Biomodeling and Genetic Programming

One of my main research interests is the computational modeling and simulation of biological networks. In particular, my students and I have been applying genetic programming towards the modeling of stochastic bio-networks.

1. Genetic Programming and the Stochastic Pi-Calculus

Preliminary research explored the feasibility of using the stochastic pi-calculus as a target language for genetic programming. This would enable genetic programming to evolve stochastic models denoted in the stochastic pi-calculus, or equivalently, automatically construct stochastic pi-calculus expressions. Initial work examined simple stochastic pi-calculus models that had monotonic time-series behaviours. Later, basic circuits such as the repressilator were successfully evolved. These required statistical characterizations of the time series (see Janine Imada's research (2) below), to be used by the genetic programming system during fitness evaluation. In addition, it was found that multi-objective fitness evaluation was ideal for this problem, given that many diverse statistics may be required for describing target network behaviours.


2. Evolutionary Synthesis of Stochastic Gene Network Models using Feature-based Search Spaces

Janine Imada's MSc research involves the automatic synthesis of stochastic bio-networks using genetic programming. A gene gate language proposed by Blossey et al. is used as a target language for genetic programming. These gene circuits are implemented in the stochastic pi-calculus (Phillips 2008), which is a stochastic process algebra. The gene gate language is more amenable to evolution by genetic programming than models written in the raw stochastic pi-calculus (see (1) above). Bio-models are characterized by time-course data, representing varying quantities of agents over time. The stochastic nature of the models means that multiple simulations are required. The overall network behaviour is denoted by examining various statistical features of the time series output. Genetic programming then uses these statistical features as objectives during evolution, in the attempt to construct a bio-model with similar features to the target model. A number of experiments successfully reconstructed target models, including repressilators and gene circuit examples.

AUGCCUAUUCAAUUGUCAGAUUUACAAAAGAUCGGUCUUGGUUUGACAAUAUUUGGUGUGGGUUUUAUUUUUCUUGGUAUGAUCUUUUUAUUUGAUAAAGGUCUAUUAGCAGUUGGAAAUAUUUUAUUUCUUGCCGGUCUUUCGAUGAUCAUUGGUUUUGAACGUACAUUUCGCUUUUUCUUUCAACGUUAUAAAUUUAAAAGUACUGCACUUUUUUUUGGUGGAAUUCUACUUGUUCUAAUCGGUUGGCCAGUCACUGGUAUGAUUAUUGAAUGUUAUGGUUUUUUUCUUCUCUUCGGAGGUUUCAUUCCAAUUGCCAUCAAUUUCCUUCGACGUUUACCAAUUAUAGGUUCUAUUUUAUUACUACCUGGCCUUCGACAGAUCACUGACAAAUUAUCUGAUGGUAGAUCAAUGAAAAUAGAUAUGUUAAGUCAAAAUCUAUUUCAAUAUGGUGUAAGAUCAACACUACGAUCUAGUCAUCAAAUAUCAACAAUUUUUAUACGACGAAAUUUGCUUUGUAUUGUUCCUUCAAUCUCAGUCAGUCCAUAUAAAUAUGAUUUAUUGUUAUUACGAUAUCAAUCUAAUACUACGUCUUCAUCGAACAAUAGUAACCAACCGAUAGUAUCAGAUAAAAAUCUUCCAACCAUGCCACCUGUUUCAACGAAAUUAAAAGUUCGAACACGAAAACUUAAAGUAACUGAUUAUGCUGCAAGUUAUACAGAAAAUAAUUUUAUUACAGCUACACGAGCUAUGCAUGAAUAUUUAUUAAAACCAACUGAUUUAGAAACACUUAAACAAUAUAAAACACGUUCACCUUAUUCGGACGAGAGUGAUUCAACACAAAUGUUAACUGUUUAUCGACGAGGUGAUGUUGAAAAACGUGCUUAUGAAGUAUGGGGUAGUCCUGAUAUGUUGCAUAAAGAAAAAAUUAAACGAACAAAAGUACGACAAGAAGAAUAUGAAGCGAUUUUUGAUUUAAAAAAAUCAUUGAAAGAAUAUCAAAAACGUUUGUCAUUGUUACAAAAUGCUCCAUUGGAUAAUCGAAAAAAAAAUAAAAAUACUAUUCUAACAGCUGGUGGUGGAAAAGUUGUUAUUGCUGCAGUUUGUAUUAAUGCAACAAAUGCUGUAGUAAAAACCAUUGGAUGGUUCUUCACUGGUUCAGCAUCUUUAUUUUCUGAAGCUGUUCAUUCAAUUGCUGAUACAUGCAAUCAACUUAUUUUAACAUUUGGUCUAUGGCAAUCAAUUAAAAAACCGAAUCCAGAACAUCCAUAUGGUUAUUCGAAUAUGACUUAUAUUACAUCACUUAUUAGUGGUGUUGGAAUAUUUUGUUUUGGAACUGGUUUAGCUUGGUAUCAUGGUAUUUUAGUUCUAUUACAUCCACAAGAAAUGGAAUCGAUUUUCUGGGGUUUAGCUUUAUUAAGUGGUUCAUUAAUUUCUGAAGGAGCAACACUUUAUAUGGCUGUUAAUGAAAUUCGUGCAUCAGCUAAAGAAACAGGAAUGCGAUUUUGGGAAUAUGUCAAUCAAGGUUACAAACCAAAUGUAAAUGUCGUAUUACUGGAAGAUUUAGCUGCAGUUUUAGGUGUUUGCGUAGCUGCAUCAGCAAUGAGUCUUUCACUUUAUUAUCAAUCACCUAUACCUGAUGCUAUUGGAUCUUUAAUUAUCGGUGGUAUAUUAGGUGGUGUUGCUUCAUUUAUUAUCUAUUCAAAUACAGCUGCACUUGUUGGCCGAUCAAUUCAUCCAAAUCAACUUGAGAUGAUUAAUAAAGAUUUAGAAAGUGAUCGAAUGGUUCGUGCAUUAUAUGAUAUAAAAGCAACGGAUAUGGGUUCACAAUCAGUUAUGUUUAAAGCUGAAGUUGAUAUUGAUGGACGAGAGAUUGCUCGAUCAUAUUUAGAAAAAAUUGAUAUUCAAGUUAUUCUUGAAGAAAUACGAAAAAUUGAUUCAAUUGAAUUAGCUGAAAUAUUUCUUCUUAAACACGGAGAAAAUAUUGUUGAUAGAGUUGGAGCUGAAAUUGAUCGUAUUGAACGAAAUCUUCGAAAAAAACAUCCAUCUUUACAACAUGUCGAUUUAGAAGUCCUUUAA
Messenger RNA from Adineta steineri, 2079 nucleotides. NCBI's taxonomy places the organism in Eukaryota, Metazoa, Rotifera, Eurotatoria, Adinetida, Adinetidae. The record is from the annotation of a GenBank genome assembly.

3. Evolving Higher-Level Bio-Models with Genetic Programming

Kahramanogullari and Cardelli (2009) propose a higher-level bio-modeling language called PIM. PIM permits the description of biological reactions in terms familiar to biologists. PIM models are then translated into stochastic pi-calculus (SPI) expressions, and can then be simulated with a SPI interpreter.

I addressed the idea of automatically generating PIM models. Genetic programming uses PIM as the target language for evolution. Time series of simulation behaviours are used to guide GP towards models having the desired characteristics. PIM-specific language constraints were necessary, in order to sensibly constrain and optimize the search space of bio-model networks being evolved. Results of this research were positive, as a number of target PIM systems were successfully reverse engineered with genetic programming. Furthermore, the results showed that alternative models having similar behavioural equivalence to the target system can arise. In this way, genetic programming can be a tool for model invention and discovery.

Current research is investigating other bio-modeling languages, such as stochastic logic gate languages. Stay tuned!

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